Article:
Longitudinal air-ventilated pipe, an air-ventilated and heat transfer system buried in parallel on both sides of the oil pipe (Figure3). When the temperature of the soil around the oil pipe is higher than the air temperature in the air-ventilated pipe, the natural convection heat transfer occurs in the air-ventilated pipe, which releases the heat emitted by the oil pipe to the atmosphere. At the same time, cold air is brought into the ground to reduce the temperature of the soil around the oil pipe. When the temperature of the soil around the oil pipe is lower than the air temperature in the air-ventilated pipe, the air-ventilated pipe stops working like a heat pipe. When the wind speed in the cold season is high, the air-ventilated pipe can also bring the cold flow in the atmosphere into the ground through forced convection to slow the thawing of permafrost. In addition, the thermal insulation layer at the bottom of the oil pipe can reduce the transfer of heat from the oil pipe to the permafrost bottom and slow the thawing of permafrost. The numerical simulation experiments show that the depth of permafrost thawing can be reduced by about 4 m after 20-year operation of longitudinal air-ventilated pipe. The device is suitable for some ice-rich, ice-saturated, and soil- bearing ice areas andpermafrost ecological protection areas.

Figure 3  Schematic diagram of longitudinal air-ventilated pipe

Horizontal U-shaped air-ventilated pipe. Horizontal U-shaped air-ventilated pipe, with the cooling principle similar to that of longitudinal air-ventilated pipe, is suitable for cooling a certain point or a small range of pipes, with the structure shown in Figure 4. The application of a U-shaped air-ventilated pipe with an outer diameter of 21.9 cm in a permafrost wetland area of CRCOP demonstrates a good cooling effect in the cold season, and the ground temperature 4 m below the ground surface near the air-ventilated pipe in the cold season is about 0.5 °C lower than that in the area without air-ventilated pipe. This measure is suitable for ice-rich, ice-saturated, and soil-bearing icy areas along the pipeline.

Figure 4 Schematic diagram of horizontal U-shaped air-ventilated pipe

Horizontal W-shaped air-ventilated pipe, a device that uses heat convection exchange and ventilator to transfer heat, mainly composed of left and right air inlet pipes, central air-exhausting pipe, and unpowered ventilator (Figure 5). When there is no wind in the cold season, the temperature of the oil pipe is higher than the air temperature in the central air-exhausting pipe, and the air in the air-exhausting pipe floats up because of the heating of the oil pipe, leading to natural convection to transfer heat. Then, the unpowered ventilator is driven to suck the air in the air-ventilated pipe and accelerate the convective heat transfer. When there is wind in the cold season, the natural wind field drives the unpowered ventilator to suck the air in the air-exhausting pipe, which accelerates the air flow in the pipe to quickly release the heat emitted by the pipe to the atmosphere. At the same time, the cold flow in the atmosphere is transferred to the soil around the pipeline to slow down the thawing of permafrost. Because the wind is slower and the temperature is higher in the warm season, the W-type air-ventilated pipe, like the U-type air-ventilated pipe, stops working. The results of a large-scale indoor model test show that after 6 freeze-thaw cycles, the temperature 25 cm below the oil pipeline without and with W-shaped air-ventilated pipe is about 2.4 °C and 0.4 °C, respectively, which proves the cooling effect of W-shaped air-ventilated pipe. This measure is applicable to ice-saturated and ice-bearing areas along the pipeline.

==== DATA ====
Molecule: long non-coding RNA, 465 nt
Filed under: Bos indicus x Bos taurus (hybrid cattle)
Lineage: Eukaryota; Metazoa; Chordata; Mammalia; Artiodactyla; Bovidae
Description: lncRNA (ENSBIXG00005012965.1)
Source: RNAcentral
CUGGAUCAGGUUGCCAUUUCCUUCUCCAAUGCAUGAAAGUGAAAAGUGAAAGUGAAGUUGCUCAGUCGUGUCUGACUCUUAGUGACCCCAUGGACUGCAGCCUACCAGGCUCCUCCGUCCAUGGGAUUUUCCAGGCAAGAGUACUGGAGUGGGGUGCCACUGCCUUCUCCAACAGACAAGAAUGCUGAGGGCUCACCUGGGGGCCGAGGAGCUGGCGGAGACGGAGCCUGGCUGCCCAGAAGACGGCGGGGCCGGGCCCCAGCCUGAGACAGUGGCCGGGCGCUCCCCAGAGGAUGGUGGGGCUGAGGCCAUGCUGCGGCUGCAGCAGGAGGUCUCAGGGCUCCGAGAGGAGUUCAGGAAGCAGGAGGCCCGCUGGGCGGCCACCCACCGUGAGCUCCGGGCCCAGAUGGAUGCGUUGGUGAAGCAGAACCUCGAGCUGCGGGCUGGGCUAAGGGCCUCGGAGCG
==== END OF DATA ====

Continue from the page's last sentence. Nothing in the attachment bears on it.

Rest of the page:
Figure 5  Schematic diagram of horizontal W-shaped air-ventilated pipe

Thermal insulation of pipeline. An economical, reasonable and effective measure can directly and significantly reduce the heat transfer between the pipeline and permafrost and slow down the thawing of permafrost. In the permafrost section along CRCOP, almost the outer wall of the pipeline is all coated with 8 cm thick thermal insulation material (hard polyurethane foam). This measure significantly reduces the thawing range and rate of permafrost. Numerical simulation experiments have shown that the permafrost around the pipeline with 8 cm thick thermal insulation material thaw at half the depth of the pipeline without thermal insulation material in 50 years, which indicates that the thermal insulation has an obvious thermal insulation effect. In the sections with ice-saturated and soil-bearing ice layers, the combinations of thermal insulation with other measures, such as thermal insulation + soil replacement, thermal insulation + increasing wall thickness, thermal insulation + heat pipe, thermal insulation + U-shaped air-ventilated pipe, and thermal insulation + soil replacement + increasing wall thickness, have better prevention and control effect on permafrost thawing.